Not only is there a metric ton of apps in the App Store today, but everyone seems to have an idea for a new one. As in the dot-com era, the success stories and accessibility of the medium have enticed would-be entrepreneurs to think, “Why not me?”
In fact, it didn’t take much effort to put some nice cash in your pocket when the App Store first opened. Earning a royalty check from Apple wasn’t as simple as sneezing, but most of the apps that people bought then aren’t even being downloaded for free now. At the launch, it was a simple case of supply and demand, with a relatively small number of diverse enough apps available compared to the large number of people who were intrigued by the newness of iPhone apps.
Circumstances are different today. The App Store is a highly competitive marketplace consisting of a delicately balanced interplay among Apple, developers (those who build the apps), and consumers (those who download the apps). Whereas Apple absolutely relied on a small, select group of developers to help populate the App Store when it launched, that’s no longer the case. Estimates put the developer count at over 50,000, with Apple reviewing more than 15,000 new apps per week.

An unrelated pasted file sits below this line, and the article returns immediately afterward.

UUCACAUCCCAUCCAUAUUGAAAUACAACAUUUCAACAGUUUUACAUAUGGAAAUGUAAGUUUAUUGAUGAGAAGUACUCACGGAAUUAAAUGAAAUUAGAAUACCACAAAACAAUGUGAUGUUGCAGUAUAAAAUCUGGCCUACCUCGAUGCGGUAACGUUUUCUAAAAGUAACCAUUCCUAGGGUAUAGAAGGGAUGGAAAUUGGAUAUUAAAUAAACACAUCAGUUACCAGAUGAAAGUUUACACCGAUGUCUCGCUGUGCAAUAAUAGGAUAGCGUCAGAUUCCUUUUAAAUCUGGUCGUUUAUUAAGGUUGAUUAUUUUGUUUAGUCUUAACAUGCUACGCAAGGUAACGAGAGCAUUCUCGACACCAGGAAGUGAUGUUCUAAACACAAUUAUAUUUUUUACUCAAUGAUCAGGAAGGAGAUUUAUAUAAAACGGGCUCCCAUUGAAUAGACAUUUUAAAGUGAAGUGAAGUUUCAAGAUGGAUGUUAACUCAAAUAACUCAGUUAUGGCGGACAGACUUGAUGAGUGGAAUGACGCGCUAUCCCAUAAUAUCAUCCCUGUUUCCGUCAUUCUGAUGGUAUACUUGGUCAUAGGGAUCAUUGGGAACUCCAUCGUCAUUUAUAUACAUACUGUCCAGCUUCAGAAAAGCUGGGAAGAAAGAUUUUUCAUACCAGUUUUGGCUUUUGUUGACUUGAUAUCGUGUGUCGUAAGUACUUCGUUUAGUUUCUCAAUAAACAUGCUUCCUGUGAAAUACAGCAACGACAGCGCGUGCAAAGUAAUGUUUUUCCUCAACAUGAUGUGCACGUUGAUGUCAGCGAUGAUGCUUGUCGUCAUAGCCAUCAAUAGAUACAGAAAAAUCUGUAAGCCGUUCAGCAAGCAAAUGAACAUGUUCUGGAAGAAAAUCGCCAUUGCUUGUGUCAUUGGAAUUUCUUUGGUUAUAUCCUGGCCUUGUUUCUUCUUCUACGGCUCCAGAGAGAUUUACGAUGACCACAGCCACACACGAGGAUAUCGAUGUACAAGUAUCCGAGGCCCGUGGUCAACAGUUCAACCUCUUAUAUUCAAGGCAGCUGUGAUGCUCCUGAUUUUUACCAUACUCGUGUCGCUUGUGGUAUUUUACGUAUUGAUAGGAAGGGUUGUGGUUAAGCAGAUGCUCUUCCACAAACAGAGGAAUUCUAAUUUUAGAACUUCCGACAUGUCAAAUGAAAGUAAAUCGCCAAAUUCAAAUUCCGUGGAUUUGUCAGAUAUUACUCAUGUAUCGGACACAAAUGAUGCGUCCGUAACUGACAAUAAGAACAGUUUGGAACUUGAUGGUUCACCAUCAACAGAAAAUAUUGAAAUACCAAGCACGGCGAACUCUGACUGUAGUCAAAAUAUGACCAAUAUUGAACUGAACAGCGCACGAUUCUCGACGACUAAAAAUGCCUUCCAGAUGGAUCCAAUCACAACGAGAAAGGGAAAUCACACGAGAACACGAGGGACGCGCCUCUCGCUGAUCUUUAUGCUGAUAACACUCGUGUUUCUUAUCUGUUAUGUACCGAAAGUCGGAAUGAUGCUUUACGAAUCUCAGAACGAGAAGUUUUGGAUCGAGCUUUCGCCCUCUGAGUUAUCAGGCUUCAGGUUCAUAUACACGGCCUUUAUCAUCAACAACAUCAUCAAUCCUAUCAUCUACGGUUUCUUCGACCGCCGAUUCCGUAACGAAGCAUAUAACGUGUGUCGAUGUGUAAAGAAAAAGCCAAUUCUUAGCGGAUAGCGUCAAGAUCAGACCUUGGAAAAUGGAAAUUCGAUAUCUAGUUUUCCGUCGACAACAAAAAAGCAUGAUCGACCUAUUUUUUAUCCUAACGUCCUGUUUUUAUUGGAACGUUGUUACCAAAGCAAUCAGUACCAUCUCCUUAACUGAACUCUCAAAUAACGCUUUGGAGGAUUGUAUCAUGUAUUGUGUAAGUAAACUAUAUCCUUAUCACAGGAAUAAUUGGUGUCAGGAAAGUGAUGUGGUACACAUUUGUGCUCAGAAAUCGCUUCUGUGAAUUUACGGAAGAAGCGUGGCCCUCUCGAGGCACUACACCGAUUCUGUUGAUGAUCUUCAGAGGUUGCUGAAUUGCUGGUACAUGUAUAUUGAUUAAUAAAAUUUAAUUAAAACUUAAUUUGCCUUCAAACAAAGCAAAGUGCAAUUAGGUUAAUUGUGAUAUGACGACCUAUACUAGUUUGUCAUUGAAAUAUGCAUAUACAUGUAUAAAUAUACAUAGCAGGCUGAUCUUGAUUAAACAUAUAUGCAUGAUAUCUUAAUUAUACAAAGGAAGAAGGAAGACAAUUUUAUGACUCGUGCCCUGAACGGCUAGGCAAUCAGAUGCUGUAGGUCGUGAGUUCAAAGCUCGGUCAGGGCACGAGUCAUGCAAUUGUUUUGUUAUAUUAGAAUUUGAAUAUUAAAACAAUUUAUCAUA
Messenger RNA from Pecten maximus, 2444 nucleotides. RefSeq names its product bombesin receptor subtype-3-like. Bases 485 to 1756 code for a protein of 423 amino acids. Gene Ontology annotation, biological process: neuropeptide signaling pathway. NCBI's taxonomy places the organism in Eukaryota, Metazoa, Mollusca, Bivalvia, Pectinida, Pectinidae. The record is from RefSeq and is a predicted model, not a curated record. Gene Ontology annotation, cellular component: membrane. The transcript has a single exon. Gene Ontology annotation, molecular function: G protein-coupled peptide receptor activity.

Within the context of the new App Store ecosystem, anecdotal evidence as well as actual analysis confirms that a get-rich-quick mentality to developing apps can be emotionally devastating and financially costly. It’s true that the top developers do extremely well, with the most popular apps with the broadest appeal—typically games—such as Angry Birds and Doodle Jump yielding 4 million and 5 million downloads, respectively. Given the $0.99-per-download cost and the focus on these colossal hits, it is easy to look at the App Store and see nothing but dollar signs.
These tremendously popular hits, however, skew the realities of the more typical App Store application. The analysis that is available is fairly striking, and reveals that half of all paid applications receive fewer than 1,000 downloads and, after Apple’s cut, earn just less than $700 per application per year. Those numbers may even be optimistic, because the downloads for the very top applications—such as Angry Birds and Doodle Jump—are so much larger when compared to most apps.